Davolt and his writing deserve better. The content of the book is so good and so worthwhile—I just wish the form served it better. Still, Painfully Obvious is a great contribution to leather literature. I will end this review the same way I ended the book’s introduction: You’ll find a lot of leather wisdom (and just plain wisdom, too) in these pages.

Be glad Davolt is willing to share.

Friday, March 5, 2004

The Envelope, Please

(Leather Life column published in Lavender Magazine, Issue #229, March 5, 2004)

At the 2004 Pantheon of Leather Awards, recently held at the Leather Archives & Museum in Chicago, the award winners were:

Man of the Year: Jack McGeorge, Woodbridge, Va. A longtime pansexual BDSM community leader, McGeorge is the UN weapons inspector in Iraq who survived a media firestorm when he was outed as kinky by the Washington Post (“Leather Life” column, Lavender Issue 198).

Woman of the Year: Mary Elizabeth Boyd, Arlington, Va. Hailed in Washington, D.C. and around the world as “The First Lady of Leather,” Boyd for many years has graced the leather community with her intelligence and taste. She will be one of the judges at this year’s International Mr. Leather contest.

Lifetime Achievement Award: Alan Selby, San Francisco. Selby, the “S” in Mr. S Leathers, has made a second career of doing volunteer work. In 1983 Selby was among the first volunteers in the AIDS ward at San Francisco General Hospital. At age 74 he still volunteers at San Francisco’s Stop Aids Project.

Community Choice (Men) and International Award: John Pendal, London. This year’s International Mr. Leather is also this year’s only multiple award recipient. Check out his website (<>) for thought-provoking writing, great photos and a chance to win his 100th-anniversary Harley-Davidson motorcycle.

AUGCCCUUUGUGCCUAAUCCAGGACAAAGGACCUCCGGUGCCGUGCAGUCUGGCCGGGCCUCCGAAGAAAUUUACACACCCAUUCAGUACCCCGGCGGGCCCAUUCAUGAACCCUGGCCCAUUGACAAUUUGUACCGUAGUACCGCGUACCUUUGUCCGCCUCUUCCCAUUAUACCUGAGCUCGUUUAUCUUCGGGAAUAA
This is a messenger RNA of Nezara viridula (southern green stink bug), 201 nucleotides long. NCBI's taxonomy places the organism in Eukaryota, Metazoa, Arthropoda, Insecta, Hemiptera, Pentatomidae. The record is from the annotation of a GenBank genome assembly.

Community Choice (Women): sheryl dee, San Diego. Former Ms San Diego Leather and current American Leatherwoman, dee is creator of the Leather Girl Network (<>).

Forbear Award: Joseph Bean, Kahului, Hawaii. Bean is a noted leather writer, artist, editor, lecturer, and the first Executive Director of The Leather Archives and Museum.

President’s Awards: Mark Leno, San Francisco; Chris Reynolds, Las Vegas; Steve Sampson, Tucson, Ariz. Formerly a San Francisco Supervisor and now a California Assemblyman, Leno is the first out leatherman to hold a position as a state legislator anywhere in the United States. Reynolds is a long-time member of the Nevada leather community, past president of LUC (Leather Uniform Club) of Las Vegas and on the board of NLA: Las Vegas. Sampson founded Butchmann’s Academy as a gay male SM training academy in 1994; Arizona Power Exchange is continuing the Butchmann’s tradition with a series of leather heart and spirit weekend intensives (<>).